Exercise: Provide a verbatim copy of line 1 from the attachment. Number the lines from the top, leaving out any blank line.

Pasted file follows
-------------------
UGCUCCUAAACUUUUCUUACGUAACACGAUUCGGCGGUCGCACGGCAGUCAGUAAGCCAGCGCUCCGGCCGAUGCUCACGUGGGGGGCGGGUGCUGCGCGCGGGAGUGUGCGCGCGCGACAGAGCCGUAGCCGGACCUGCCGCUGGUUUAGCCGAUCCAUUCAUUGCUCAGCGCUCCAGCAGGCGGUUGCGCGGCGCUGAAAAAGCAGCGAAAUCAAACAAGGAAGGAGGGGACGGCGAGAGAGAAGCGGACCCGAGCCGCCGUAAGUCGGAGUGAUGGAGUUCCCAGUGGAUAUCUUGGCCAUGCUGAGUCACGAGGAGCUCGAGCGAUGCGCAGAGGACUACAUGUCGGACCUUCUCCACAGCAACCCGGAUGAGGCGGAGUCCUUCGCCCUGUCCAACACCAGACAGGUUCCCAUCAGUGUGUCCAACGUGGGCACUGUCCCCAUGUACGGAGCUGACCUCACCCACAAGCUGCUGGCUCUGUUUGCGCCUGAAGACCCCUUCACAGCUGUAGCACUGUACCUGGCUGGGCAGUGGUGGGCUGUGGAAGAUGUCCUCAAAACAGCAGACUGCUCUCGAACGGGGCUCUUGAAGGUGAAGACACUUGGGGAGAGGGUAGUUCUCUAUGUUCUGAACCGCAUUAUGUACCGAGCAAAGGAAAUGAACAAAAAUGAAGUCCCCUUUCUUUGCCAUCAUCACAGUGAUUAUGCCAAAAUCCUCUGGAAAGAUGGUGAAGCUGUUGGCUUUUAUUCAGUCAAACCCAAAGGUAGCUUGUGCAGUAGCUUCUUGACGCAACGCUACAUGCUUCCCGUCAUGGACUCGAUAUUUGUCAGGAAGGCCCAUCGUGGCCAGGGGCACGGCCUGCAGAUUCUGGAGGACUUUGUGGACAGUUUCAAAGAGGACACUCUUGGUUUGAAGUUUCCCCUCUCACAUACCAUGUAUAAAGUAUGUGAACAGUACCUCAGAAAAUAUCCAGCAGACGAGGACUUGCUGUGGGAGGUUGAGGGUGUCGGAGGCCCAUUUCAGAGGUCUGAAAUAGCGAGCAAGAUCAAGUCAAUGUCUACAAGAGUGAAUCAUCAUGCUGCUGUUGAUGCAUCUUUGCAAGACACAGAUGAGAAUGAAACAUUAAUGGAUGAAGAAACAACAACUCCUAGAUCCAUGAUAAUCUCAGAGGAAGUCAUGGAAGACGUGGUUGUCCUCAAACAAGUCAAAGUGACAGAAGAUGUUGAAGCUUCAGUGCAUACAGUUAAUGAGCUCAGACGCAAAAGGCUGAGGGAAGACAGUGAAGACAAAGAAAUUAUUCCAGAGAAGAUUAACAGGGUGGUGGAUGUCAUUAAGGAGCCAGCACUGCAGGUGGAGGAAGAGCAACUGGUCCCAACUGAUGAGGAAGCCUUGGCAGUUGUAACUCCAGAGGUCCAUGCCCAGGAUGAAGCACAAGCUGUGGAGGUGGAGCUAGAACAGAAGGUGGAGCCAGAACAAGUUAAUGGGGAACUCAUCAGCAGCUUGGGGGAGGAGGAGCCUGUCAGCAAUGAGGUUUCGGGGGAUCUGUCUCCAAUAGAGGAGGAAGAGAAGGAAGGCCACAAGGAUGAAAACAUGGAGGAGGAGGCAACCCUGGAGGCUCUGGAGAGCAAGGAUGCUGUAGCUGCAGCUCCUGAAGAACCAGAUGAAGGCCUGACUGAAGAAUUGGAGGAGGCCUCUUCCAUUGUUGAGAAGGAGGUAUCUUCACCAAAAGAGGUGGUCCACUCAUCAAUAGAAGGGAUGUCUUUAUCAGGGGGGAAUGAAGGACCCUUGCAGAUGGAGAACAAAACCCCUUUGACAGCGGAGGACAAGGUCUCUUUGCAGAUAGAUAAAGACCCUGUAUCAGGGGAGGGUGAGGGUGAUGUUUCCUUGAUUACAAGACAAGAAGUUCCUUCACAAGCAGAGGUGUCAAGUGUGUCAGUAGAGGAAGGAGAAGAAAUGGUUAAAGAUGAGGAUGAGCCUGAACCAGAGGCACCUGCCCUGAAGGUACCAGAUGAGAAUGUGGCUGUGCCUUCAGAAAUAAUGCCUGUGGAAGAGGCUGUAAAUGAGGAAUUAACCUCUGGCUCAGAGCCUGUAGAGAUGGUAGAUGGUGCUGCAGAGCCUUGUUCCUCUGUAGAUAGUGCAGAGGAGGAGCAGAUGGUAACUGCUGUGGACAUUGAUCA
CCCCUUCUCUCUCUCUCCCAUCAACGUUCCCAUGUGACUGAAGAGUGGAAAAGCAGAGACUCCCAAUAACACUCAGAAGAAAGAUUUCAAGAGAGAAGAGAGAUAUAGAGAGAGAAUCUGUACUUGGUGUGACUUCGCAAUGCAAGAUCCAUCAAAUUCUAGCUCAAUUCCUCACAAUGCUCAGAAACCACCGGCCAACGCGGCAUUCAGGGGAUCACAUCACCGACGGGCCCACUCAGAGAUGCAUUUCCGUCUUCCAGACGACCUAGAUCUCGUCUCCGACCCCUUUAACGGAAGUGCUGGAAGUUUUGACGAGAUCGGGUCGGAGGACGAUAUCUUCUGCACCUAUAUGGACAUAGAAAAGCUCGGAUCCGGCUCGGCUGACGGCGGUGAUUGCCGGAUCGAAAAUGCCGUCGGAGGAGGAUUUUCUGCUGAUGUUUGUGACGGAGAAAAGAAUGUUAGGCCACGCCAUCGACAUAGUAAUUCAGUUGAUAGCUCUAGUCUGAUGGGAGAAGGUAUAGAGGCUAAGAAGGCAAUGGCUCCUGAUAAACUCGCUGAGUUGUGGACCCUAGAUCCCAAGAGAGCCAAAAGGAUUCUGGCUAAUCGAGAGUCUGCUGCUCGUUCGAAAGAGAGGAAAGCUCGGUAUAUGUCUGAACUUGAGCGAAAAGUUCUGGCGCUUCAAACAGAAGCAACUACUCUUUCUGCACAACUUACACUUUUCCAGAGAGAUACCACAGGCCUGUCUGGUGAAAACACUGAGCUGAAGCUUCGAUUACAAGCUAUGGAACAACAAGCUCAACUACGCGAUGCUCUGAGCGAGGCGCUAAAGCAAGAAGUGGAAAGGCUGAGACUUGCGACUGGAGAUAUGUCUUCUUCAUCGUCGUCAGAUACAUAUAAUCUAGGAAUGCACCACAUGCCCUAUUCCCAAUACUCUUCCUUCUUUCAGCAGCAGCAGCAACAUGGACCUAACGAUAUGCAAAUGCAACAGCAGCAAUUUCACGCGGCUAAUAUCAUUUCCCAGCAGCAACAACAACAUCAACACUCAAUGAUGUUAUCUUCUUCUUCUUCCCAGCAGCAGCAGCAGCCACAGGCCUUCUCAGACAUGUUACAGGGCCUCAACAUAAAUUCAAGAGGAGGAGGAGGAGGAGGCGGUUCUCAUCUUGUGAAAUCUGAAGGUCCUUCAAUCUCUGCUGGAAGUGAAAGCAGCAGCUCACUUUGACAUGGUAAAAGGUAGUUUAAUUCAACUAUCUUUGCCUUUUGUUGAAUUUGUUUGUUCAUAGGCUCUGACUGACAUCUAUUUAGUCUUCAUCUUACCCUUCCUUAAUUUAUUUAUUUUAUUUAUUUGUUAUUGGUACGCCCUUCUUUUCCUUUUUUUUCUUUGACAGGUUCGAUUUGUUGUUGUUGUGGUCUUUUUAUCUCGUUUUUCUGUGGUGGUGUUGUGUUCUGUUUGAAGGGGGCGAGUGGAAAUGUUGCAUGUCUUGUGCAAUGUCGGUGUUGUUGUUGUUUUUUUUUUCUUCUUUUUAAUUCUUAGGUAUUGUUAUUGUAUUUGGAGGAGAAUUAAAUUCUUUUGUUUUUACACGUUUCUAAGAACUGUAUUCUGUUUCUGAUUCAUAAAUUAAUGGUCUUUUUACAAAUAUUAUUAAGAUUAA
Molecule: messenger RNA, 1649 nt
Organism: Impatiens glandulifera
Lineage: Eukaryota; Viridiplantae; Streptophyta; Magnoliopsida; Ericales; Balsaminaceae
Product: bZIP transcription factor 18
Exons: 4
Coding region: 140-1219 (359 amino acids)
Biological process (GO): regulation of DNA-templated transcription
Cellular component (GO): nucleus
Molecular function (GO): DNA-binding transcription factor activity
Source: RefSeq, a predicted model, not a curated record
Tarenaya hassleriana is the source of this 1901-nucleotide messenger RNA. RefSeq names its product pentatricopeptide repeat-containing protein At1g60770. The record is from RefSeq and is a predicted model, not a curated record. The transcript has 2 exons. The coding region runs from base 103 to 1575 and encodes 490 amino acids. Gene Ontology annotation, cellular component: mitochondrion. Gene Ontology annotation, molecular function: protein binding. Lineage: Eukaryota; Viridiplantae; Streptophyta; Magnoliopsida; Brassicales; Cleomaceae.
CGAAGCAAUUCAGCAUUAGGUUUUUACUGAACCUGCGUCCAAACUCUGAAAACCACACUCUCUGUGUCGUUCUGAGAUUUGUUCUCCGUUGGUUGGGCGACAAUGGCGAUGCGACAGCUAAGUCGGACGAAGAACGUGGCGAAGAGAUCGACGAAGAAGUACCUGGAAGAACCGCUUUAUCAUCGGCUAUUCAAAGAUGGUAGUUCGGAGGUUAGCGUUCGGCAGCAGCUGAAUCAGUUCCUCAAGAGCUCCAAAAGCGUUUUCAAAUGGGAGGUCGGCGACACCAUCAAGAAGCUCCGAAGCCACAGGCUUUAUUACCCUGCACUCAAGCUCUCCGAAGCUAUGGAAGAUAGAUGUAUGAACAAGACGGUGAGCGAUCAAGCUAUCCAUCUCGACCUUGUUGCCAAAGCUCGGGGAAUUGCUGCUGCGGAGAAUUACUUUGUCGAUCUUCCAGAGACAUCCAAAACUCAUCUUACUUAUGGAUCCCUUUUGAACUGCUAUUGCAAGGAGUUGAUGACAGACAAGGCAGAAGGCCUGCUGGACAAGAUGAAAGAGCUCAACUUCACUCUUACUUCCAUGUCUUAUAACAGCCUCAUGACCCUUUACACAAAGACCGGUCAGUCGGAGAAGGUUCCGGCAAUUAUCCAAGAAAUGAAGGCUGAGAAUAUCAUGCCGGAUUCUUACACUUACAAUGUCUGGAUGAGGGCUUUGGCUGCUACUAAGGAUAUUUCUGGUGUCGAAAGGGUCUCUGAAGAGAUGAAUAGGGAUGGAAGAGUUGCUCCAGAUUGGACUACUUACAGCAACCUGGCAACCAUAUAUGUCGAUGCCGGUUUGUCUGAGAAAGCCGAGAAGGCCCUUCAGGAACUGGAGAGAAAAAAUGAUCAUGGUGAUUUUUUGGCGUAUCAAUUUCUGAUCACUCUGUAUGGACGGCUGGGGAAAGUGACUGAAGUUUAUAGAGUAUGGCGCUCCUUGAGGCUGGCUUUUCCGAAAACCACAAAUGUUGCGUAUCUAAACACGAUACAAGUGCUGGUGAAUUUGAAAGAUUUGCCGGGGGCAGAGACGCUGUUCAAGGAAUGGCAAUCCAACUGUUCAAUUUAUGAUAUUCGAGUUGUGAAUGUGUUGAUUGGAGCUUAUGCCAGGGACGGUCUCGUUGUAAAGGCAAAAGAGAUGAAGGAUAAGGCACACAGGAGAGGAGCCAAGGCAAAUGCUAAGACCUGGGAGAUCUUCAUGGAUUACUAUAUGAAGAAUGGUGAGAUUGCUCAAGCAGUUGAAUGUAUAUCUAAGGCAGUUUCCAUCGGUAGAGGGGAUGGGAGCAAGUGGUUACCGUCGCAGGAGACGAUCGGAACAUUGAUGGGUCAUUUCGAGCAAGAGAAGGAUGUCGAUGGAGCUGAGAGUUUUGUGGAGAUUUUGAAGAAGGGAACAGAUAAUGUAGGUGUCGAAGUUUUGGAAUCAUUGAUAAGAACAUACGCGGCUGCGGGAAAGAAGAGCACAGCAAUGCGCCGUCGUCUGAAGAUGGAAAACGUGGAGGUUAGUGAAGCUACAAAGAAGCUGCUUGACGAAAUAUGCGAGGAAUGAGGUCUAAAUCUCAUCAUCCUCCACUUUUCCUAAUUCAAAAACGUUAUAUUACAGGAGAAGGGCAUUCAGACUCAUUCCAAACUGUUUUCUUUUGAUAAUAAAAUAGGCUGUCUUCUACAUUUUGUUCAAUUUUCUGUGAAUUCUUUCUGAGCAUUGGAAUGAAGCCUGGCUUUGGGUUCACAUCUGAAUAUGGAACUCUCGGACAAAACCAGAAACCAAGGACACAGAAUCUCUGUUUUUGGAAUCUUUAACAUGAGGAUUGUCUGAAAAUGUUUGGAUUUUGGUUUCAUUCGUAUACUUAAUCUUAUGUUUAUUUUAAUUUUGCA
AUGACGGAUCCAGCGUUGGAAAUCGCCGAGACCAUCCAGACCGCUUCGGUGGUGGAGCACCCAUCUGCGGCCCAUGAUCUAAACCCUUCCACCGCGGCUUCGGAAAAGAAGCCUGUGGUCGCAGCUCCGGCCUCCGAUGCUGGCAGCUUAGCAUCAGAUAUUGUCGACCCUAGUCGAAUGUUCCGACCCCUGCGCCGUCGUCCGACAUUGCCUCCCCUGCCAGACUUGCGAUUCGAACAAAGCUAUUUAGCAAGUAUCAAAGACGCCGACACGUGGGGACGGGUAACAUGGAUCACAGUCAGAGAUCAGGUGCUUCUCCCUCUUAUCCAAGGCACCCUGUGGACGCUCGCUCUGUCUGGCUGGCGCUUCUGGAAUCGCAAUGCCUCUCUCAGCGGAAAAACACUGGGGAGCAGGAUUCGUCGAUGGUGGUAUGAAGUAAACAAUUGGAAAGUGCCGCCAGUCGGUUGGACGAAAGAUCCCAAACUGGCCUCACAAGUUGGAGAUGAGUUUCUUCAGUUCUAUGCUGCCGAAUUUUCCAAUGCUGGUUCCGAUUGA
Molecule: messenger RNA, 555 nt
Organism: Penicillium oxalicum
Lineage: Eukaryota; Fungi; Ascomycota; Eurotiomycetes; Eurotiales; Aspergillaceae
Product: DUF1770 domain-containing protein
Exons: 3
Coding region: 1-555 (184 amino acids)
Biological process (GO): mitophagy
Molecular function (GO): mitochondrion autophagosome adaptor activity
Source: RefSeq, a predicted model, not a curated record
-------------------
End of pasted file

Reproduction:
UGCUCCUAAACUUUUCUUACGUAACACGAUUCGGCGGUCGCACGGCAGUCAGUAAGCCAGCGCUCCGGCCGAUGCUCACGUGGGGGGCGGGUGCUGCGCGCGGGAGUGUGCGCGCGCGACAGAGCCGUAGCCGGACCUGCCGCUGGUUUAGCCGAUCCAUUCAUUGCUCAGCGCUCCAGCAGGCGGUUGCGCGGCGCUGAAAAAGCAGCGAAAUCAAACAAGGAAGGAGGGGACGGCGAGAGAGAAGCGGACCCGAGCCGCCGUAAGUCGGAGUGAUGGAGUUCCCAGUGGAUAUCUUGGCCAUGCUGAGUCACGAGGAGCUCGAGCGAUGCGCAGAGGACUACAUGUCGGACCUUCUCCACAGCAACCCGGAUGAGGCGGAGUCCUUCGCCCUGUCCAACACCAGACAGGUUCCCAUCAGUGUGUCCAACGUGGGCACUGUCCCCAUGUACGGAGCUGACCUCACCCACAAGCUGCUGGCUCUGUUUGCGCCUGAAGACCCCUUCACAGCUGUAGCACUGUACCUGGCUGGGCAGUGGUGGGCUGUGGAAGAUGUCCUCAAAACAGCAGACUGCUCUCGAACGGGGCUCUUGAAGGUGAAGACACUUGGGGAGAGGGUAGUUCUCUAUGUUCUGAACCGCAUUAUGUACCGAGCAAAGGAAAUGAACAAAAAUGAAGUCCCCUUUCUUUGCCAUCAUCACAGUGAUUAUGCCAAAAUCCUCUGGAAAGAUGGUGAAGCUGUUGGCUUUUAUUCAGUCAAACCCAAAGGUAGCUUGUGCAGUAGCUUCUUGACGCAACGCUACAUGCUUCCCGUCAUGGACUCGAUAUUUGUCAGGAAGGCCCAUCGUGGCCAGGGGCACGGCCUGCAGAUUCUGGAGGACUUUGUGGACAGUUUCAAAGAGGACACUCUUGGUUUGAAGUUUCCCCUCUCACAUACCAUGUAUAAAGUAUGUGAACAGUACCUCAGAAAAUAUCCAGCAGACGAGGACUUGCUGUGGGAGGUUGAGGGUGUCGGAGGCCCAUUUCAGAGGUCUGAAAUAGCGAGCAAGAUCAAGUCAAUGUCUACAAGAGUGAAUCAUCAUGCUGCUGUUGAUGCAUCUUUGCAAGACACAGAUGAGAAUGAAACAUUAAUGGAUGAAGAAACAACAACUCCUAGAUCCAUGAUAAUCUCAGAGGAAGUCAUGGAAGACGUGGUUGUCCUCAAACAAGUCAAAGUGACAGAAGAUGUUGAAGCUUCAGUGCAUACAGUUAAUGAGCUCAGACGCAAAAGGCUGAGGGAAGACAGUGAAGACAAAGAAAUUAUUCCAGAGAAGAUUAACAGGGUGGUGGAUGUCAUUAAGGAGCCAGCACUGCAGGUGGAGGAAGAGCAACUGGUCCCAACUGAUGAGGAAGCCUUGGCAGUUGUAACUCCAGAGGUCCAUGCCCAGGAUGAAGCACAAGCUGUGGAGGUGGAGCUAGAACAGAAGGUGGAGCCAGAACAAGUUAAUGGGGAACUCAUCAGCAGCUUGGGGGAGGAGGAGCCUGUCAGCAAUGAGGUUUCGGGGGAUCUGUCUCCAAUAGAGGAGGAAGAGAAGGAAGGCCACAAGGAUGAAAACAUGGAGGAGGAGGCAACCCUGGAGGCUCUGGAGAGCAAGGAUGCUGUAGCUGCAGCUCCUGAAGAACCAGAUGAAGGCCUGACUGAAGAAUUGGAGGAGGCCUCUUCCAUUGUUGAGAAGGAGGUAUCUUCACCAAAAGAGGUGGUCCACUCAUCAAUAGAAGGGAUGUCUUUAUCAGGGGGGAAUGAAGGACCCUUGCAGAUGGAGAACAAAACCCCUUUGACAGCGGAGGACAAGGUCUCUUUGCAGAUAGAUAAAGACCCUGUAUCAGGGGAGGGUGAGGGUGAUGUUUCCUUGAUUACAAGACAAGAAGUUCCUUCACAAGCAGAGGUGUCAAGUGUGUCAGUAGAGGAAGGAGAAGAAAUGGUUAAAGAUGAGGAUGAGCCUGAACCAGAGGCACCUGCCCUGAAGGUACCAGAUGAGAAUGUGGCUGUGCCUUCAGAAAUAAUGCCUGUGGAAGAGGCUGUAAAUGAGGAAUUAACCUCUGGCUCAGAGCCUGUAGAGAUGGUAGAUGGUGCUGCAGAGCCUUGUUCCUCUGUAGAUAGUGCAGAGGAGGAGCAGAUGGUAACUGCUGUGGACAUUGAUCA